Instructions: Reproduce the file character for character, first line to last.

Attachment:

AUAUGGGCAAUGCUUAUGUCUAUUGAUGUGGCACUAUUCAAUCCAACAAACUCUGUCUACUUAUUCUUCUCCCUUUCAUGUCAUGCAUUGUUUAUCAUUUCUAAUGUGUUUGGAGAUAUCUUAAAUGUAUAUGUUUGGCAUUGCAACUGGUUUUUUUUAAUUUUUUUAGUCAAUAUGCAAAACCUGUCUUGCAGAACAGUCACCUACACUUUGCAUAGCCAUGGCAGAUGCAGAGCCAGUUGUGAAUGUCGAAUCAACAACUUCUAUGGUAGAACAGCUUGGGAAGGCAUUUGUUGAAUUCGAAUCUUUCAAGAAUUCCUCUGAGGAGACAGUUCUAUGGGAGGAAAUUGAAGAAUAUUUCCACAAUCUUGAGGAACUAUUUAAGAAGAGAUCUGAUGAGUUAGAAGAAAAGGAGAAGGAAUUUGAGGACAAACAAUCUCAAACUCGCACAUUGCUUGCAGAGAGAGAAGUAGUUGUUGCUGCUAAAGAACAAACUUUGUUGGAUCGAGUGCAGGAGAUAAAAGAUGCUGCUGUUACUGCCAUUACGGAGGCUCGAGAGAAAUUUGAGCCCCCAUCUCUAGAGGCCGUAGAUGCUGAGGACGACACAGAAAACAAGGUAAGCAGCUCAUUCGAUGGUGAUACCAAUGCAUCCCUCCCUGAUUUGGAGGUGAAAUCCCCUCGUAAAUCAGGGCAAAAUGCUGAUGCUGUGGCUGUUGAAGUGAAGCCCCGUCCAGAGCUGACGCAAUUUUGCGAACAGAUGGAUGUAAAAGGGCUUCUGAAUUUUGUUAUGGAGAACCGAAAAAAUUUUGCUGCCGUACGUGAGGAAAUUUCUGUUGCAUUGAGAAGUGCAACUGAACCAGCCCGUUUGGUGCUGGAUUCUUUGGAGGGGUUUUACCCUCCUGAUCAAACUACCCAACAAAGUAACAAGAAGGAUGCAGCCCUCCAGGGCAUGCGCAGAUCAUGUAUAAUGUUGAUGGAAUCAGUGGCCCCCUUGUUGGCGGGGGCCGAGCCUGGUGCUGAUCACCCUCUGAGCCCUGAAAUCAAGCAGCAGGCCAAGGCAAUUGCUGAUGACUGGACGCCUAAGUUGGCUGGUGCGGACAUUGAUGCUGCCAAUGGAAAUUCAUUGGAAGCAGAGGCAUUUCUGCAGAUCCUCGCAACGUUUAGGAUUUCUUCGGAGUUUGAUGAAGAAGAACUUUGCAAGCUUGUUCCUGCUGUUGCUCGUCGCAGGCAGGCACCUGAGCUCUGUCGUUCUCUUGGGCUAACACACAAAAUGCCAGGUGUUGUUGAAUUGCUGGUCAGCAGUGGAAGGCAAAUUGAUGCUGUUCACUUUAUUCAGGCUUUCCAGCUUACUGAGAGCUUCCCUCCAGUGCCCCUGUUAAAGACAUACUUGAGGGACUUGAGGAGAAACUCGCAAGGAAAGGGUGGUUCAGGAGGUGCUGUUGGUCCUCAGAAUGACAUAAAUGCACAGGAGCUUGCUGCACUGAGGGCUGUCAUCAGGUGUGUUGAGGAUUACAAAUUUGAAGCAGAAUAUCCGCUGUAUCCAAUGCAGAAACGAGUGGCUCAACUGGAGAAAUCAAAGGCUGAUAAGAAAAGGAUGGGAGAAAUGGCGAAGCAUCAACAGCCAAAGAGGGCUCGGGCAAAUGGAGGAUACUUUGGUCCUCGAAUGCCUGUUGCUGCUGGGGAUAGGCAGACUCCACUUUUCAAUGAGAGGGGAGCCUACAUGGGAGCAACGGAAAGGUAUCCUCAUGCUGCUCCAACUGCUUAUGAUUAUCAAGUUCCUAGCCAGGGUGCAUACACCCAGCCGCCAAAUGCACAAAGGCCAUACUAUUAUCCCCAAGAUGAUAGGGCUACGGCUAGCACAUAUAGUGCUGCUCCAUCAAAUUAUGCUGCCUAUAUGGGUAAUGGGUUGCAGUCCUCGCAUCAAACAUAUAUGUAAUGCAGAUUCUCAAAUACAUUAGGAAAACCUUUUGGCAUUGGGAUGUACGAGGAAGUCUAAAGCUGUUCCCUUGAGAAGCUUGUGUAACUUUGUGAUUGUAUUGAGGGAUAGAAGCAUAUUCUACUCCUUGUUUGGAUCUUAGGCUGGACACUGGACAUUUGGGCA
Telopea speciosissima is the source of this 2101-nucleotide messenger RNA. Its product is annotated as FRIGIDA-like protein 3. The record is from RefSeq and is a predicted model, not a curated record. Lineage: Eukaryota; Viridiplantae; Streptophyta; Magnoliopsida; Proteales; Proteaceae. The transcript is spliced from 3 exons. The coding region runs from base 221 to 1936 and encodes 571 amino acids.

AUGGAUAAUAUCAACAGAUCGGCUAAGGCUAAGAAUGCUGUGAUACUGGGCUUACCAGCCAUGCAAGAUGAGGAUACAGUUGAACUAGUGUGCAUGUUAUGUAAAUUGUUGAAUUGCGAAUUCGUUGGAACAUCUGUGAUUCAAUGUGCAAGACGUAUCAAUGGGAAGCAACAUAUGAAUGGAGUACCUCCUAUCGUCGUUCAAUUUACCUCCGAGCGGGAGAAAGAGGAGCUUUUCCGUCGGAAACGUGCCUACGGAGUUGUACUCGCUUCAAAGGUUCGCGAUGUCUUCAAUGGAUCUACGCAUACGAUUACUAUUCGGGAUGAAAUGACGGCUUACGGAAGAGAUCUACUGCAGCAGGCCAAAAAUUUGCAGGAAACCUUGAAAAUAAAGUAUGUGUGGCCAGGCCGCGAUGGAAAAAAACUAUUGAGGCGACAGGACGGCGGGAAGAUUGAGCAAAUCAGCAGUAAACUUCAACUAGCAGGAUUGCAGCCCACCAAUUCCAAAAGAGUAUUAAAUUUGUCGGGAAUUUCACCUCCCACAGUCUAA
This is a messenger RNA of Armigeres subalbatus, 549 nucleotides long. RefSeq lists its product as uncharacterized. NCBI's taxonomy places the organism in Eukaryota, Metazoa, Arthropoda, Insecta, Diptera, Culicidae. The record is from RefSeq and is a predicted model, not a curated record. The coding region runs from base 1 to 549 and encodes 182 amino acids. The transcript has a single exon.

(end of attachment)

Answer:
AUAUGGGCAAUGCUUAUGUCUAUUGAUGUGGCACUAUUCAAUCCAACAAACUCUGUCUACUUAUUCUUCUCCCUUUCAUGUCAUGCAUUGUUUAUCAUUUCUAAUGUGUUUGGAGAUAUCUUAAAUGUAUAUGUUUGGCAUUGCAACUGGUUUUUUUUAAUUUUUUUAGUCAAUAUGCAAAACCUGUCUUGCAGAACAGUCACCUACACUUUGCAUAGCCAUGGCAGAUGCAGAGCCAGUUGUGAAUGUCGAAUCAACAACUUCUAUGGUAGAACAGCUUGGGAAGGCAUUUGUUGAAUUCGAAUCUUUCAAGAAUUCCUCUGAGGAGACAGUUCUAUGGGAGGAAAUUGAAGAAUAUUUCCACAAUCUUGAGGAACUAUUUAAGAAGAGAUCUGAUGAGUUAGAAGAAAAGGAGAAGGAAUUUGAGGACAAACAAUCUCAAACUCGCACAUUGCUUGCAGAGAGAGAAGUAGUUGUUGCUGCUAAAGAACAAACUUUGUUGGAUCGAGUGCAGGAGAUAAAAGAUGCUGCUGUUACUGCCAUUACGGAGGCUCGAGAGAAAUUUGAGCCCCCAUCUCUAGAGGCCGUAGAUGCUGAGGACGACACAGAAAACAAGGUAAGCAGCUCAUUCGAUGGUGAUACCAAUGCAUCCCUCCCUGAUUUGGAGGUGAAAUCCCCUCGUAAAUCAGGGCAAAAUGCUGAUGCUGUGGCUGUUGAAGUGAAGCCCCGUCCAGAGCUGACGCAAUUUUGCGAACAGAUGGAUGUAAAAGGGCUUCUGAAUUUUGUUAUGGAGAACCGAAAAAAUUUUGCUGCCGUACGUGAGGAAAUUUCUGUUGCAUUGAGAAGUGCAACUGAACCAGCCCGUUUGGUGCUGGAUUCUUUGGAGGGGUUUUACCCUCCUGAUCAAACUACCCAACAAAGUAACAAGAAGGAUGCAGCCCUCCAGGGCAUGCGCAGAUCAUGUAUAAUGUUGAUGGAAUCAGUGGCCCCCUUGUUGGCGGGGGCCGAGCCUGGUGCUGAUCACCCUCUGAGCCCUGAAAUCAAGCAGCAGGCCAAGGCAAUUGCUGAUGACUGGACGCCUAAGUUGGCUGGUGCGGACAUUGAUGCUGCCAAUGGAAAUUCAUUGGAAGCAGAGGCAUUUCUGCAGAUCCUCGCAACGUUUAGGAUUUCUUCGGAGUUUGAUGAAGAAGAACUUUGCAAGCUUGUUCCUGCUGUUGCUCGUCGCAGGCAGGCACCUGAGCUCUGUCGUUCUCUUGGGCUAACACACAAAAUGCCAGGUGUUGUUGAAUUGCUGGUCAGCAGUGGAAGGCAAAUUGAUGCUGUUCACUUUAUUCAGGCUUUCCAGCUUACUGAGAGCUUCCCUCCAGUGCCCCUGUUAAAGACAUACUUGAGGGACUUGAGGAGAAACUCGCAAGGAAAGGGUGGUUCAGGAGGUGCUGUUGGUCCUCAGAAUGACAUAAAUGCACAGGAGCUUGCUGCACUGAGGGCUGUCAUCAGGUGUGUUGAGGAUUACAAAUUUGAAGCAGAAUAUCCGCUGUAUCCAAUGCAGAAACGAGUGGCUCAACUGGAGAAAUCAAAGGCUGAUAAGAAAAGGAUGGGAGAAAUGGCGAAGCAUCAACAGCCAAAGAGGGCUCGGGCAAAUGGAGGAUACUUUGGUCCUCGAAUGCCUGUUGCUGCUGGGGAUAGGCAGACUCCACUUUUCAAUGAGAGGGGAGCCUACAUGGGAGCAACGGAAAGGUAUCCUCAUGCUGCUCCAACUGCUUAUGAUUAUCAAGUUCCUAGCCAGGGUGCAUACACCCAGCCGCCAAAUGCACAAAGGCCAUACUAUUAUCCCCAAGAUGAUAGGGCUACGGCUAGCACAUAUAGUGCUGCUCCAUCAAAUUAUGCUGCCUAUAUGGGUAAUGGGUUGCAGUCCUCGCAUCAAACAUAUAUGUAAUGCAGAUUCUCAAAUACAUUAGGAAAACCUUUUGGCAUUGGGAUGUACGAGGAAGUCUAAAGCUGUUCCCUUGAGAAGCUUGUGUAACUUUGUGAUUGUAUUGAGGGAUAGAAGCAUAUUCUACUCCUUGUUUGGAUCUUAGGCUGGACACUGGACAUUUGGGCA
Telopea speciosissima is the source of this 2101-nucleotide messenger RNA. Its product is annotated as FRIGIDA-like protein 3. The record is from RefSeq and is a predicted model, not a curated record. Lineage: Eukaryota; Viridiplantae; Streptophyta; Magnoliopsida; Proteales; Proteaceae. The transcript is spliced from 3 exons. The coding region runs from base 221 to 1936 and encodes 571 amino acids.

AUGGAUAAUAUCAACAGAUCGGCUAAGGCUAAGAAUGCUGUGAUACUGGGCUUACCAGCCAUGCAAGAUGAGGAUACAGUUGAACUAGUGUGCAUGUUAUGUAAAUUGUUGAAUUGCGAAUUCGUUGGAACAUCUGUGAUUCAAUGUGCAAGACGUAUCAAUGGGAAGCAACAUAUGAAUGGAGUACCUCCUAUCGUCGUUCAAUUUACCUCCGAGCGGGAGAAAGAGGAGCUUUUCCGUCGGAAACGUGCCUACGGAGUUGUACUCGCUUCAAAGGUUCGCGAUGUCUUCAAUGGAUCUACGCAUACGAUUACUAUUCGGGAUGAAAUGACGGCUUACGGAAGAGAUCUACUGCAGCAGGCCAAAAAUUUGCAGGAAACCUUGAAAAUAAAGUAUGUGUGGCCAGGCCGCGAUGGAAAAAAACUAUUGAGGCGACAGGACGGCGGGAAGAUUGAGCAAAUCAGCAGUAAACUUCAACUAGCAGGAUUGCAGCCCACCAAUUCCAAAAGAGUAUUAAAUUUGUCGGGAAUUUCACCUCCCACAGUCUAA
This is a messenger RNA of Armigeres subalbatus, 549 nucleotides long. RefSeq lists its product as uncharacterized. NCBI's taxonomy places the organism in Eukaryota, Metazoa, Arthropoda, Insecta, Diptera, Culicidae. The record is from RefSeq and is a predicted model, not a curated record. The coding region runs from base 1 to 549 and encodes 182 amino acids. The transcript has a single exon.